Tata Motors wants Gujarat to extend sops beyond Nano at Sanad plant6 min read . Updated: 24 Jul 2014, 12:23 PM IST
Minister says govt will have to consider whether to extend benefits if factory is used for other cars
Ahmedabad/Mumbai: Tata Motors Ltd is trying to get the state of Gujarat to expand the scope of the agreement between the two regarding sops and incentives for the Nano plant in Sanand to include other Tata cars as well, two people familiar with the matter said.
There have been reports earlier as well that Tata Motors was considering this, given the lukewarm response to the car that the company and just about everybody else expected to become a best-seller.
On Tuesday, Tata Sons chairman Cyrus Mistry met Gujarat chief minister Anandiben Patel for what a Tata Motors spokesperson termed a “courtesy meeting". A senior Gujarat government officer who spoke on condition of anonymity said “the future prospects of the Nano factory" in Sanand were discussed.
Mistry “conveyed the Tata group’s continued commitment to our initiatives and investments in the state of Gujarat", the Tata Motors spokesperson added.
“Long-standing relationship between Tatas & Gujarat would be taken forward. Had a fruitful meeting with Mr Cyrus Mistry," the chief minister said in a tweet.
The Gujarat government has been tight-lipped about the terms of the agreement between the two, and industry minister Saurabh Patel on Tuesday said this couldn’t be tabled in the assembly because it was “confidential". However, thanks to an inadvertent disclosure by a state industry department officer in 2008, many of the key terms of the agreement have been widely reported.
The “state support" agreement is limited to the Nano and Tata Motors may have to sign a new agreement if it wants to make other cars in the Sanand factory, said industry minister Patel. The government would have no issue with Tata Motors using the factory to make other cars, but will have to consider whether it wants to extend tax benefits to these, he added.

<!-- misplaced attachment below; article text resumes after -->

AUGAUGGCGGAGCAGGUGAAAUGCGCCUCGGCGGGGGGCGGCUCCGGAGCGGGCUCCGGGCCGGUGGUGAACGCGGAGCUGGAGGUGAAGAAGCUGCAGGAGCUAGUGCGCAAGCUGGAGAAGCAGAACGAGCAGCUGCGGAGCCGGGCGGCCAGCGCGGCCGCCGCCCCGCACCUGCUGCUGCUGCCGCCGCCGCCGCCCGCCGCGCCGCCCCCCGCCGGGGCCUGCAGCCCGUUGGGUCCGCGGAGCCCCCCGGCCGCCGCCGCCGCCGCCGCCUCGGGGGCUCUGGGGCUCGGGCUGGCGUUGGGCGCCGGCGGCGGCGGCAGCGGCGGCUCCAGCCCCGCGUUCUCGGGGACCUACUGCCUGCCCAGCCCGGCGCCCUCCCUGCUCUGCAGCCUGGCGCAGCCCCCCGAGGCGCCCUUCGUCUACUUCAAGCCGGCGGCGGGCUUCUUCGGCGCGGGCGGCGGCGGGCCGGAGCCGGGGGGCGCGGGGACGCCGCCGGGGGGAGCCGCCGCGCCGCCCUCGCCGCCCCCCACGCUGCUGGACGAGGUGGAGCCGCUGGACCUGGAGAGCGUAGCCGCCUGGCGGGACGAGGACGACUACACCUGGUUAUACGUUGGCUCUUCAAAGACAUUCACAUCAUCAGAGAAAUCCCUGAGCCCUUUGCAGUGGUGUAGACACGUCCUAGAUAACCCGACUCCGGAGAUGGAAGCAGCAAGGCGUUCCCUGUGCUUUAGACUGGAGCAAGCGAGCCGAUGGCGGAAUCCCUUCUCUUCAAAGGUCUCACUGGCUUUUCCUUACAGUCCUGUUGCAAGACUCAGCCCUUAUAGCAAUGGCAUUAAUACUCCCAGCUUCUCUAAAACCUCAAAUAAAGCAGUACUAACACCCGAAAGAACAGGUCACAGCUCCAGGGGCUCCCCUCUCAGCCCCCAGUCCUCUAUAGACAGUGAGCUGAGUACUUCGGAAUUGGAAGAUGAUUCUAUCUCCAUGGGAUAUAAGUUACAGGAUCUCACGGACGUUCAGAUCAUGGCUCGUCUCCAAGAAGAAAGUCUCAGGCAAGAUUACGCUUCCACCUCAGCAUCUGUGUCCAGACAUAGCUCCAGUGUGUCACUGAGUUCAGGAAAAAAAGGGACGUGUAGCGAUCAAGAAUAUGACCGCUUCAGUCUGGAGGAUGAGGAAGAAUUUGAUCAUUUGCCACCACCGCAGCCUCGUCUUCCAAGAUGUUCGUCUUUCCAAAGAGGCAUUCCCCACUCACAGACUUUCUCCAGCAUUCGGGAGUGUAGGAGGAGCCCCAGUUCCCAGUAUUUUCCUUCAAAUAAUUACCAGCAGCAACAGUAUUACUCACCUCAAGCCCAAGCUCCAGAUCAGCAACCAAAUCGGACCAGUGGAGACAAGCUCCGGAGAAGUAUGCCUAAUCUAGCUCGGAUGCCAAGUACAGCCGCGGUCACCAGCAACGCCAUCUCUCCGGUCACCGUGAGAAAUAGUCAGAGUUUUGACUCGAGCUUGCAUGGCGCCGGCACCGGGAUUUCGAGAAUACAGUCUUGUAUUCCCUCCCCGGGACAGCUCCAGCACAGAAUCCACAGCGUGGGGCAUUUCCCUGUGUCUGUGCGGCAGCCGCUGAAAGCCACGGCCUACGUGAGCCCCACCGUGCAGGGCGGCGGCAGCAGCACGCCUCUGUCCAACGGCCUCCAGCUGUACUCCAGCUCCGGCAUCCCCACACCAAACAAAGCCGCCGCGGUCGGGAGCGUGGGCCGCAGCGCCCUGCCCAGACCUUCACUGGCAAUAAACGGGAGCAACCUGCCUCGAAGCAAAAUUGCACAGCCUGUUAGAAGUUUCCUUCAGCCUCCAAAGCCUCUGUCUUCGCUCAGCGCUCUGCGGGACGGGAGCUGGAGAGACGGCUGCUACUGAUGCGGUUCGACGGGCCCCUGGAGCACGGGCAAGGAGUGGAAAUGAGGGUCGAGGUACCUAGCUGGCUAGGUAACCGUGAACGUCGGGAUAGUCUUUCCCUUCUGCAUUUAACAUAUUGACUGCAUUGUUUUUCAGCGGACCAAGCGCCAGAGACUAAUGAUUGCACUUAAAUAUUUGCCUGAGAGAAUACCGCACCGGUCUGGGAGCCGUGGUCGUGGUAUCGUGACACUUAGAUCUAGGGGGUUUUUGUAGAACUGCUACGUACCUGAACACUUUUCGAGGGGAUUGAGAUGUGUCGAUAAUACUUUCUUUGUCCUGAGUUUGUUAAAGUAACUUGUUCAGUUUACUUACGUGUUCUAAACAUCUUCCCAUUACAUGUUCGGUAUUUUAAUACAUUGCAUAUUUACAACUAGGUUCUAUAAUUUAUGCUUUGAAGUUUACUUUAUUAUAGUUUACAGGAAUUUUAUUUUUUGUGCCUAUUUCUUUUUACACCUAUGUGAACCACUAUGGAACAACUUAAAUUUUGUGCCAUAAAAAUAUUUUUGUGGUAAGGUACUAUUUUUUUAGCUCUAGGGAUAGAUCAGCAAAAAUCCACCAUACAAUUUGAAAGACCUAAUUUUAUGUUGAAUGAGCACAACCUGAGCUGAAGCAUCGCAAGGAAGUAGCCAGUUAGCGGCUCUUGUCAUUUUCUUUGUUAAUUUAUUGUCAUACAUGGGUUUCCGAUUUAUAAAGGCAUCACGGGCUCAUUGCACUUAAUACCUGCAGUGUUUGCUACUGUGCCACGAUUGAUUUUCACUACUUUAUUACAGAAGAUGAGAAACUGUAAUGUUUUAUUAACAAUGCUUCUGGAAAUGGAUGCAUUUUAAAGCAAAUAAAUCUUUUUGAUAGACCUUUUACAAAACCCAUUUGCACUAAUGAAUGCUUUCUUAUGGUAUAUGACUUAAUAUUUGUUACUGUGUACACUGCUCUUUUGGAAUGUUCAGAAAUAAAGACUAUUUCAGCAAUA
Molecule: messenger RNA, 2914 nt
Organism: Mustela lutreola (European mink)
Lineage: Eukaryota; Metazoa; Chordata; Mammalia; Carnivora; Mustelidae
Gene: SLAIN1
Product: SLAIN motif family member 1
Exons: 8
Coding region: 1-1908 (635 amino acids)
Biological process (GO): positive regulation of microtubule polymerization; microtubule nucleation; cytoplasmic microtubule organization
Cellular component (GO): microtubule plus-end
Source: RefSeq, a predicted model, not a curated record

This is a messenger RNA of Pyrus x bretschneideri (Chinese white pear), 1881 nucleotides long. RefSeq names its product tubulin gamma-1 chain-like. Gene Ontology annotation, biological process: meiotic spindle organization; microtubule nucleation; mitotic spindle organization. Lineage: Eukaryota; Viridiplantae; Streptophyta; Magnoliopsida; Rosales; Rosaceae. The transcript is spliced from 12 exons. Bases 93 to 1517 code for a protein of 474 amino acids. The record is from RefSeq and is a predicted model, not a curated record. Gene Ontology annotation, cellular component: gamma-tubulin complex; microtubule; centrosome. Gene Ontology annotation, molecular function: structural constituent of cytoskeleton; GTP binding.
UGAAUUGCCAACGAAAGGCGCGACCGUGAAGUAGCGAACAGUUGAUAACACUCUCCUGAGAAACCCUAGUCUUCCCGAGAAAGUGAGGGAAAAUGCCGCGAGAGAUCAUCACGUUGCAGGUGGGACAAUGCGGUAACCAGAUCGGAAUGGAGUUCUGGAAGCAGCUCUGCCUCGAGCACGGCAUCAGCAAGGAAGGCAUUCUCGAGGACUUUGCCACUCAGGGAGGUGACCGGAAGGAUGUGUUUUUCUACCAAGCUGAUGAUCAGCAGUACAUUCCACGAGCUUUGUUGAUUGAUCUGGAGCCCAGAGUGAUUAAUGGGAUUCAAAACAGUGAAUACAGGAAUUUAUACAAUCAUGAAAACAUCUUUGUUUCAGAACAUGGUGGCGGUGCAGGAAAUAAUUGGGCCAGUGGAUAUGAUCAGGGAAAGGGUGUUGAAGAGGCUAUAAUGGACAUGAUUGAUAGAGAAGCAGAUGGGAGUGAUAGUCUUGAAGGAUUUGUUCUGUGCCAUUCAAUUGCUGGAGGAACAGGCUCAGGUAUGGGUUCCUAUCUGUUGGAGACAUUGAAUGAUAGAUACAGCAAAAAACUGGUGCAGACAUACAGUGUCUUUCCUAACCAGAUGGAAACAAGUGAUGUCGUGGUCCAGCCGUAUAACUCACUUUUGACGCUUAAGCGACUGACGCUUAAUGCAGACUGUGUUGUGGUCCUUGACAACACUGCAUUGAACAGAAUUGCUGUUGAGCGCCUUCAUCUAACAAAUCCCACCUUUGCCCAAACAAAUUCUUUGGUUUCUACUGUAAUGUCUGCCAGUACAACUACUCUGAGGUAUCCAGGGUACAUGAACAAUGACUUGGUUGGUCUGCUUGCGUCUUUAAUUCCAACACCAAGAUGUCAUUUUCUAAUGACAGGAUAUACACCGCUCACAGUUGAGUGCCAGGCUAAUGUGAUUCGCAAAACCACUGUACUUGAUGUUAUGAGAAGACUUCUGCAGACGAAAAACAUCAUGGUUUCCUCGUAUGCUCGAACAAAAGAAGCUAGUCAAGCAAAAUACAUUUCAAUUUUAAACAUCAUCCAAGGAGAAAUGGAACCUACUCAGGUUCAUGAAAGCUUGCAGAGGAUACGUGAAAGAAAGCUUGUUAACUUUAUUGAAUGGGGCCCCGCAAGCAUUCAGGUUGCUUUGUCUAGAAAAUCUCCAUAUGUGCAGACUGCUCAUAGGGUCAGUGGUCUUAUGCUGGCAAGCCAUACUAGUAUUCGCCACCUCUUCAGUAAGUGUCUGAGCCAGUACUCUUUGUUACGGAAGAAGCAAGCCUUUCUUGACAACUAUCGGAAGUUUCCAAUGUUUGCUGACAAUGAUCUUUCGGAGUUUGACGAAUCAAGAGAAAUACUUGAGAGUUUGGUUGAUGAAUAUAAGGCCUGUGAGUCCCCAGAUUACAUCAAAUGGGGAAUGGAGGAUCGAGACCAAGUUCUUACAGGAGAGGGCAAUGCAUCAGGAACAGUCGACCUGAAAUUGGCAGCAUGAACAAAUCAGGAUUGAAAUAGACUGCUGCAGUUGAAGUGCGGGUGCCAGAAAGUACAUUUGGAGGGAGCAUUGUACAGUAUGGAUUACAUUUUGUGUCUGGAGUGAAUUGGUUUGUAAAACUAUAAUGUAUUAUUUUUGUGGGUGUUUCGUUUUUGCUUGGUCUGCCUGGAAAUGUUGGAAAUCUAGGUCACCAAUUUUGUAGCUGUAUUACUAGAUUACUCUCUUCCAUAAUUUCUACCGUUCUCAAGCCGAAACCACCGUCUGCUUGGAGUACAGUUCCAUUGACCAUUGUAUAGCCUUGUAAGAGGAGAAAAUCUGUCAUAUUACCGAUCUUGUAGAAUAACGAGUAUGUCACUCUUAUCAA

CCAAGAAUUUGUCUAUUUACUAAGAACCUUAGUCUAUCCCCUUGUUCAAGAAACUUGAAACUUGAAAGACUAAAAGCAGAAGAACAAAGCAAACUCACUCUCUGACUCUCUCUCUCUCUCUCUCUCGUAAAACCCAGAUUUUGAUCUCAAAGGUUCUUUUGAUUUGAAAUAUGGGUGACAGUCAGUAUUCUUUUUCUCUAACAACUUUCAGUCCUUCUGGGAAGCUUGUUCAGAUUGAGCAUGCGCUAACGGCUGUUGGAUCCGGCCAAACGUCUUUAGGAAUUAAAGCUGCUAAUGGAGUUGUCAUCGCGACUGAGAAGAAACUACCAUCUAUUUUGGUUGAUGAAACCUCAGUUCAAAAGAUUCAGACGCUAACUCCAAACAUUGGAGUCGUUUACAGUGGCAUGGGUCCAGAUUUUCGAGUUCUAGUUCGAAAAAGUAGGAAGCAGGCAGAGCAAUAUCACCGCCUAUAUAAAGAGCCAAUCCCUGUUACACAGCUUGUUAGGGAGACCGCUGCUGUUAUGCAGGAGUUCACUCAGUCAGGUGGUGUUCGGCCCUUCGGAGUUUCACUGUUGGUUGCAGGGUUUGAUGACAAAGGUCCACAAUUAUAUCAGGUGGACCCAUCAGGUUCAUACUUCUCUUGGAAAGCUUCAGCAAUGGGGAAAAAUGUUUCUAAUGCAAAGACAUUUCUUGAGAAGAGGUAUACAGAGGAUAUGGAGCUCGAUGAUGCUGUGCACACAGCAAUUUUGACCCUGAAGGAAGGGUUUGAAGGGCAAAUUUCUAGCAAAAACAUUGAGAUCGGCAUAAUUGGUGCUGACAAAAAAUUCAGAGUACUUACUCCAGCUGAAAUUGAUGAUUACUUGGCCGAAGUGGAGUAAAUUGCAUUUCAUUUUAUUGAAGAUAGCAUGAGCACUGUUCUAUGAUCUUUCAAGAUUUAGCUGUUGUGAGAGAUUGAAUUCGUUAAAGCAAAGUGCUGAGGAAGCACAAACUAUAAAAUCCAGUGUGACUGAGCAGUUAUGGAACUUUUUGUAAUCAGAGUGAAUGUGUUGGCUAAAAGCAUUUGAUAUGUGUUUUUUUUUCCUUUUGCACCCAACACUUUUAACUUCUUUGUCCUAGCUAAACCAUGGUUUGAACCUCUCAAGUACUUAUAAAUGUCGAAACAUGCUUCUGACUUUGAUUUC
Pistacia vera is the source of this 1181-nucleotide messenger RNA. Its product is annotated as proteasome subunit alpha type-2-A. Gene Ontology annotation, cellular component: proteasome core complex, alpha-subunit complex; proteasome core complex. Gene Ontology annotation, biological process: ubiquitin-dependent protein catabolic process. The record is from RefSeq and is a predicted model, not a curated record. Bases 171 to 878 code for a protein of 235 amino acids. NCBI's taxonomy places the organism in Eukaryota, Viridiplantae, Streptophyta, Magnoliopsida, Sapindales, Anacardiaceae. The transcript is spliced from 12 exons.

A second Gujarat government officer, who oversees industrial investments in the state, said Tata Motors executives have been discussing widening the scope of the agreement with the state administration for the past few months. There was reason to, he seemed to suggest.
“Tata Motors’ entry into Gujarat has evinced a lot of interest from other auto makers who have followed Tatas to Gujarat. There is scope to expand the agreement with them and we are closely examining it," added this person who asked not to be identified.
Patel, however, clarified that the Nano project wasn’t discussed at all by Mistry on Tuesday. The car maker may have plans to make other cars at Sanand, but the issue hasn’t come to him yet, he said.
After attempting and failing to stimulate demand for the Nano in a sluggish car market, Tata Motors is looking at producing other automobiles at its factory in Sanand, Gujarat, as it seeks to turn around its fortunes with a pair of crucial product launches this year.
The company is looking to make amendments to the so-called state support agreement it signed with the Gujarat government in 2008 before starting production of the Nano in Sanand, where it moved after abandoning its plant in Singur, West Bengal, because of protests against the project.
Under the agreement, Tata Motors can avail of tax benefits and soft loans from the Gujarat government exclusively for manufacturing the Nano, billed as the world’s cheapest car with a price tag of ₹ 1 lakh when it was launched in 2009 with much hype.